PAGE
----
3 Solar Ovens That Give You the Power to Cook With the Sun

With barbecue season around the corner, what could be more planet-friendly than cooking with the sun? Instead of gas/electricity/charcoal/wood, a solar cooker harnesses heat from the sun to cook food.

From baking cookies to frying eggs, these pollution-free devices work wherever there is sunshine, regardless of how cold it is outside. With ample sunlight, most get into temperatures between 250-350 degrees Fahrenheit, with some top end varieties going nearly 600 degrees.

Solar cookers come in all shapes, sizes and price ranges and you can even DIY. Here are instructions for solar box cookersparabolic cookers and panel cookers. And here’s a kid-friendly version from NASA that basically requires a cardboard box, plastic wrap, aluminum foil and regular office supplies.

For those of you who are less handy, check out some of our favorites you can buy online.

CooKit

Solar cookers are ideal for people who enjoy camping outdoors or live off-grid, but for people in energy-impoverished nations, they can be a lifesaver when fuel is limited or if water needs purification. Developed for use in refugee camps in 1995, the $39.00 CooKit panel cooker is made of cardboard and aluminum foil and is the most widely-used solar cooker in the world. The CooKit is incredibly portable as it folds flat into a 13-by-13 inch square that’s 2 inches thick. Cooking temperature range is 180-240 degrees Fahrenheit.

As Insights writer Eric Hoffner pointed out, “lack of access to such clean cooking options is a huge issue globally: 3 billion people cook their daily meals over smoky biomass fires every day causing more than 4 million annual mortalities, mostly women and children, from smoke inhalation related diseases. Not only is it a human health issue, but forests and the climate suffer: most households that rely on smoky stoves burn 2 tons of biomass per year, about 730 million tons globally, which releases about a billion tons of carbon dioxide. The resulting particulate matter also traps heat in the atmosphere.”

GoSun

Food gets “steam-fried” inside this unique, tubed-shaped solar cooker making it ideal for vegetables and meats and even baking bread. A GoSun was one of the solar-powered stoves featured on a December episode of Bravo’s hit reality cooking competition Top Chef. Host Padma Lakshmi gave the contestants 30 minutes to create a dish with “the cleanest energy there is—the sun.”

GoSun social designer Matt Gillespie told EcoWatch last year that the GoSun Grill can roast a meal for eight as fast as a grill. And since it has a thermal battery, users can cook whenever they want to, even if it’s cloudy. The company sells different iterations of stoves online, such as the 7 lbs. GoSun Sport and the industrial sized GoSun Station. The products can reach temperatures of 550 degrees Fahrenheit and can cook a meal in 20 minutes, depending on what’s being cooked and the amount of sunlight.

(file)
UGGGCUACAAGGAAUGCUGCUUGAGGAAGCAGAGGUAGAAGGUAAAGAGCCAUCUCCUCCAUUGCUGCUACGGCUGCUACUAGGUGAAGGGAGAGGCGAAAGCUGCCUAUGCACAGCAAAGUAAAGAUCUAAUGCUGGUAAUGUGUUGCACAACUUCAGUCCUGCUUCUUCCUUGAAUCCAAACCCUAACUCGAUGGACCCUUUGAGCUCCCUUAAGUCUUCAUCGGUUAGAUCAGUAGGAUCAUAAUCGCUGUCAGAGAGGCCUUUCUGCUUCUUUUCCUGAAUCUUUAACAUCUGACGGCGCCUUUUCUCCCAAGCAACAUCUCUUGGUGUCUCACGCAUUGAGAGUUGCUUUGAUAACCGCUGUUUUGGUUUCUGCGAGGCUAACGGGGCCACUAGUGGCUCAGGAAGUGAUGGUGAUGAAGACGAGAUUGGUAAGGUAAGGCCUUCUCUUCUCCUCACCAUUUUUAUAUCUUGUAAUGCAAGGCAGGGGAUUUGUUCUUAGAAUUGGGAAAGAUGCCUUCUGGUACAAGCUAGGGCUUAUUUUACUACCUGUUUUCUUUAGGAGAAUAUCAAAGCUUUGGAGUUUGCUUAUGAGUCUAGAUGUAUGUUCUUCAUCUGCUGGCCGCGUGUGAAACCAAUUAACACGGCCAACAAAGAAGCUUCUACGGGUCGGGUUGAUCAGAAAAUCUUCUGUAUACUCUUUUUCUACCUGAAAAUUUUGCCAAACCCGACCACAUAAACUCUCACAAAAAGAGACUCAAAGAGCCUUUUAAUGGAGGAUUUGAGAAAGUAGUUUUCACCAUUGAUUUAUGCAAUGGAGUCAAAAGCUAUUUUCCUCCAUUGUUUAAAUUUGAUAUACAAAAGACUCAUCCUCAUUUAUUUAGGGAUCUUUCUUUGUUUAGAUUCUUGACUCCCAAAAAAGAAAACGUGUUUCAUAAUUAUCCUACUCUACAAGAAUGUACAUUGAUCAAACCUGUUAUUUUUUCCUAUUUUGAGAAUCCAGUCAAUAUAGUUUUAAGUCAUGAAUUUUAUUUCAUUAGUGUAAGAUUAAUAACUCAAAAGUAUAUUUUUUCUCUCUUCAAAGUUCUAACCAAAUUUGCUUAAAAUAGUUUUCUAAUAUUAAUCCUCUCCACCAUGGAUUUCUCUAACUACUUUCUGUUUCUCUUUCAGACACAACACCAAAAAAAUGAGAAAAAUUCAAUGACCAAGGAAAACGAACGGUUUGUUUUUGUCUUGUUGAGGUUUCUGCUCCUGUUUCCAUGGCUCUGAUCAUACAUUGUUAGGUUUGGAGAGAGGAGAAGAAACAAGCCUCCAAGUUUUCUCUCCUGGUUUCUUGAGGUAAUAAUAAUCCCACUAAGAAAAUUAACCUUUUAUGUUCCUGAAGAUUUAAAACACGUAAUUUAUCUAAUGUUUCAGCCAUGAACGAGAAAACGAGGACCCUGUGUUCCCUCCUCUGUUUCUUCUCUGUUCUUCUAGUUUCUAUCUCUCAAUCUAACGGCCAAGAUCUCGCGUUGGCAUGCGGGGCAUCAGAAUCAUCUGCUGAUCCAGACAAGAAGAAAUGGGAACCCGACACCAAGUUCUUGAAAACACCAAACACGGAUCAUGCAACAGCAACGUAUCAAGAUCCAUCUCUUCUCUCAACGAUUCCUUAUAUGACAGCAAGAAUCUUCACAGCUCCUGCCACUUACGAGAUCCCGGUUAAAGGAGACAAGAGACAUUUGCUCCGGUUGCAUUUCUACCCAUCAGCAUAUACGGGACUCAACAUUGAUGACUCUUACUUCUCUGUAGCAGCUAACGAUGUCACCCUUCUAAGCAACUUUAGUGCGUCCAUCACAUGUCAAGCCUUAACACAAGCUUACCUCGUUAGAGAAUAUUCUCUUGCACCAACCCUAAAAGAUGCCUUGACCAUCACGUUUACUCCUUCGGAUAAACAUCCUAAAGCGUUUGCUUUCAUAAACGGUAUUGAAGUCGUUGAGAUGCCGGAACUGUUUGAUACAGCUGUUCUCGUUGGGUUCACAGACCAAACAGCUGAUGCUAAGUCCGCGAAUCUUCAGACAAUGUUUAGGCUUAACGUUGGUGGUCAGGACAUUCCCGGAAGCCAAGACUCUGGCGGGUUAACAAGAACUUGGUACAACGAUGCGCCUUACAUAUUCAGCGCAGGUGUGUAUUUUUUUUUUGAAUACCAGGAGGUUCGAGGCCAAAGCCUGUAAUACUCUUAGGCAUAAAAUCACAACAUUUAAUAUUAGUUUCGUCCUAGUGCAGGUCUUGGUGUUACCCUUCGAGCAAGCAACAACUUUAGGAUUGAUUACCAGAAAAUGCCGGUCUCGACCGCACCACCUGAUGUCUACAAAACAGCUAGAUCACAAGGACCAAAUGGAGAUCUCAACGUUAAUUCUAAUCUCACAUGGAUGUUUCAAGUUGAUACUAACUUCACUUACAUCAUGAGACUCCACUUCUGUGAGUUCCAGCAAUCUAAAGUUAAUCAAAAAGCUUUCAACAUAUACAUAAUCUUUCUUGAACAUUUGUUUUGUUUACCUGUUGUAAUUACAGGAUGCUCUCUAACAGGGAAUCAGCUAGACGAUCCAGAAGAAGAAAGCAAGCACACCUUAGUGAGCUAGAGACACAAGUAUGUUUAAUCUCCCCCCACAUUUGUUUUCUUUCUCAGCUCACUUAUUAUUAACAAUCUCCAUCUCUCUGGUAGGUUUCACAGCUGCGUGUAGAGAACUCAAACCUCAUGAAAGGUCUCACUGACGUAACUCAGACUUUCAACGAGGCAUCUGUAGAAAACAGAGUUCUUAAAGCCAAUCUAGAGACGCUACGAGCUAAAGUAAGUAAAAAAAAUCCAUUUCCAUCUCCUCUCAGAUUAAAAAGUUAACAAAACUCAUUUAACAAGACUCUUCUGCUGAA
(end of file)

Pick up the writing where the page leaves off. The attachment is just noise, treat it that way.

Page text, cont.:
In the video below, a YouTuber shows how she cooked a batch of moist brownies with the oven.

Solavore Sport

Think of the Solavore Sport as a crockpot within an oven. Here’s how it works: Sunlight enters through the transparent cover and hits internal cooking pots that transform light into heat. Heat builds inside the longer it sits while the exterior of the box remains cool to the touch.

TreeHugger’s Derek Markham recently reviewed the unit and said that the 9-pound cooker is “light and portable, and a convenient addition to home cooking.”

The Sport can roast, bake, steam using only solar energy. “Using the natural moisture in meats, fish, and vegetables, the Sport cooks without additional water so all the natural vitamins and minerals are retained, giving food a wonderful rich flavor,” the company says.

“Using something as simple and elegant as a black box with a lens on top, putting your pots inside and knowing that all day the sun’s going to be making that dinner,” Solavore CEO Anne Patterson says in the video. “There’s something just beautiful about that simplicity.”

The company is even paying it forward with each purchase. Every solar oven that’s purchased helps fund a Solavore Sport somewhere in the world where an open fire is still the main kitchen appliance.

Written by Lorraine Chow, and reposted with permission from EcoWatch.

93 comments

Siyus Copetallus
Siyus Copetallus1 years ago

Thank you for sharing.

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DebbieSiteIssue S.
Past Member 1 years ago

And an earlier way is to dig a pit in the ground get your coals going and bury your Dutch oven the way the Native Indigenous people have done for centuries. Or cook a meal in twenty minutes on a stump stove, three cuts in the top end of a stump with fire. Fast and efficient. We start our fire with flint and steel.

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Quanta Kiran
Quanta Kiran2 years ago

noted

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Jamie Clemons
Jamie Clemons2 years ago

might as well put that free energy to use.

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Alexander Hay-Whitton

Those of us who live in the tropics couldn't survive the heat of the sun we were cooking in, I fear!

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Dianne D.
Dianne D2 years ago

I've been considering making one of these, but don't eat meat so don't know how beneficial it would be.

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Charmaine C.
Charmaine C2 years ago

Thank you.

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lesley k.
lesley k2 years ago

Wouldn't work that well in the UK. Where has the sun gone this year?

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Iskrica Knežzevic

Thank you!

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Rosslyn & Steve O.
Rosslyn O2 years ago

Wow! thanks for this...

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